That's the burning question for the small California advocacy group Invisible Children and its follow-up effort, Kony 2012 Part II.
Part II released Thursday repeats some of the same slick, inspiring shots as the original of a young global community mobilizing into action.
But noticeably missing is the voice of the organization's co-founder, Jason Russell, who directed the first video. Russell was diagnosed with brief psychosis last month after witnesses saw him pacing naked on a sidewalk in a San Diego neighborhood, screaming incoherently and banging his fists on the pavement. His outburst happened shortly after Kony 2012 thrust the group into the global limelight.
The sequel also lacks the kind of narrative that made the original unique. The first Kony 2012 presented the global issue through a child's eyes, with a discussion between Russell, who directed the video, and his young son Gavin about stopping the bad guys.
The latest video (apne.ws/HZvaiz) is a traditional — albeit hip — documentary that addresses criticisms fired at the San Diego-based nonprofit since its overnight launch to fame.
Among the complaints were that Kony 2012 was too American-centric, that the group spends too little money directly on the people it intends to help, and that it oversimplified the 26-year-old conflict involving Kony's Lord's Resistance Army.
The original video drew some 100 million hits on YouTube, and likely will go down in history as a case study on what can go viral, says pop culture expert Robert Thompson. But the Internet is fickle, said the Syracuse University professor.
“The fact is, the story has developed in so many odd ways with all the controversy, and the sequel can't really promise the bang of that first video — which is informing people of something they did not know before.”
Ben Keesey, Invisible Children's CEO, acknowledged the challenge in keeping up interest but said the campaign resonates with young people who feel like they're part of a global community with friends across the world through social media.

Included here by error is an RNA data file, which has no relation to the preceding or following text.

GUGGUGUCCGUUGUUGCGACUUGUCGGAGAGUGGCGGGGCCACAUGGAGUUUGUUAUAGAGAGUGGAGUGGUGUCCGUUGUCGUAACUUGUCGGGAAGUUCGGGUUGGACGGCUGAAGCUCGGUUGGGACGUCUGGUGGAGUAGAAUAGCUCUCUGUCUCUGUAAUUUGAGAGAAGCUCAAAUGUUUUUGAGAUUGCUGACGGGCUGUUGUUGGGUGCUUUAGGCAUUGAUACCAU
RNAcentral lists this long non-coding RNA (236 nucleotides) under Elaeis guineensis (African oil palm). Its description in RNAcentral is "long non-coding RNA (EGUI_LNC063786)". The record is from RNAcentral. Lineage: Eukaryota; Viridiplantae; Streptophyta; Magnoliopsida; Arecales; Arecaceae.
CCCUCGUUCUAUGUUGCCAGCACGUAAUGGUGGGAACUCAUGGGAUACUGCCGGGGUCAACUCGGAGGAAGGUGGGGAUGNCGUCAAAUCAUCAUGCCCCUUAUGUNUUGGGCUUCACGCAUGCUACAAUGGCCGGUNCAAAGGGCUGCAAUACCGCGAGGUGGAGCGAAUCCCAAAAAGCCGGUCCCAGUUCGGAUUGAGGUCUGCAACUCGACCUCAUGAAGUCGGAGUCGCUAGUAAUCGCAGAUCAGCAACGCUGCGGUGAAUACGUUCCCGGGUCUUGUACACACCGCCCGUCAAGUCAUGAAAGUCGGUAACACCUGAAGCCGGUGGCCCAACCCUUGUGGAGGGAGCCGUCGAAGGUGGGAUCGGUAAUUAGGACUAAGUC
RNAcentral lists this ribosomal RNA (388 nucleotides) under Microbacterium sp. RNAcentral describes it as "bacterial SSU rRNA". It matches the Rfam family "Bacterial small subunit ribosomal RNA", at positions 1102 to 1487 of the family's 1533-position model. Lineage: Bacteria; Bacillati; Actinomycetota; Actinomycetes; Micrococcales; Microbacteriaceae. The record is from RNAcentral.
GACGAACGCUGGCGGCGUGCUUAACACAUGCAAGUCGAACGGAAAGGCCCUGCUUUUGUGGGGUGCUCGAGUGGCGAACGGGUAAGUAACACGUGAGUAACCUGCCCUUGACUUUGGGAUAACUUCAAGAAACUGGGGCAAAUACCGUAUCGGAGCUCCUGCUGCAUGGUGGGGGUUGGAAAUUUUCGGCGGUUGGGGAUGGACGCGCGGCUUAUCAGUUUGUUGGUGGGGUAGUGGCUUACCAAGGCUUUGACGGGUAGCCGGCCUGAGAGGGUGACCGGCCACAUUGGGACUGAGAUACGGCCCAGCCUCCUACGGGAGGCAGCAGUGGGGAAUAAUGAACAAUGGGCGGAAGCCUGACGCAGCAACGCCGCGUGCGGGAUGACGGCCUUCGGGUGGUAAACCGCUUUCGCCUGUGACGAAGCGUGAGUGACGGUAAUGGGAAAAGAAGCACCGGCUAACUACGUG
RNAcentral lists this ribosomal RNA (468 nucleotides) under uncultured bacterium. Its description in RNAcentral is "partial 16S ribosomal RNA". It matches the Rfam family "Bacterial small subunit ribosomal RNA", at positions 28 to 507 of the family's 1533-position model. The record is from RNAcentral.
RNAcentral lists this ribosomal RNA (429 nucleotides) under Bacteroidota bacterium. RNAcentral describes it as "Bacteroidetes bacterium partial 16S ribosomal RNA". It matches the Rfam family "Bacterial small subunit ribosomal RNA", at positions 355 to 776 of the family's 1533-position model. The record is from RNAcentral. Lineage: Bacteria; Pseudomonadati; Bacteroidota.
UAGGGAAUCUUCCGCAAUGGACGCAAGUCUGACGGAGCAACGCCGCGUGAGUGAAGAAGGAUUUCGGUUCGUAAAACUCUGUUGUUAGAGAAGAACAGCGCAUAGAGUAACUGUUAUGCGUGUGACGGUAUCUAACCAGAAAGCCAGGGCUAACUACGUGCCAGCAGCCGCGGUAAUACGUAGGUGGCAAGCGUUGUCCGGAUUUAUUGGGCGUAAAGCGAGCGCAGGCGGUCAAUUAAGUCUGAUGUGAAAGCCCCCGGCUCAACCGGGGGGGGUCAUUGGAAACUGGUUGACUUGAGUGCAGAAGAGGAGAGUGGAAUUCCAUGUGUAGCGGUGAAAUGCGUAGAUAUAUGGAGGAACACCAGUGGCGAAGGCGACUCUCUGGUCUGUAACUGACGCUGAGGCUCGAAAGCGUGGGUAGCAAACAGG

Part II, which he said was made in two weeks, features more interviews with Africans who talk about how the rebel conflict is complex and requires a multipronged approach to stop the warlord wanted by the International Criminal Court for heinous attacks in multiple countries.
The LRA began its attacks in Uganda in the 1980s, when Kony sought to overthrow the government. Since being pushed out of Uganda several years ago, the militia has terrorized villages in Congo, the Central Africa Republic and South Sudan. The LRA has kidnapped thousands of children and forced them to become sex slaves and soldiers.
Invisible Children calls on viewers to contact policymakers to push for Kony's arrest and then volunteer in their own communities April 20 in a day of action that it wants to culminate with people spreading the message. Invisible Children says people should be creative by using everything from skywriting to mowing the campaign's triangles into sports fields.
The group promises to release the best photographs and clips of those actions — hinting that yet another video may be in the works.
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Photo: COURTESY OF Peter Kramer, Getty Images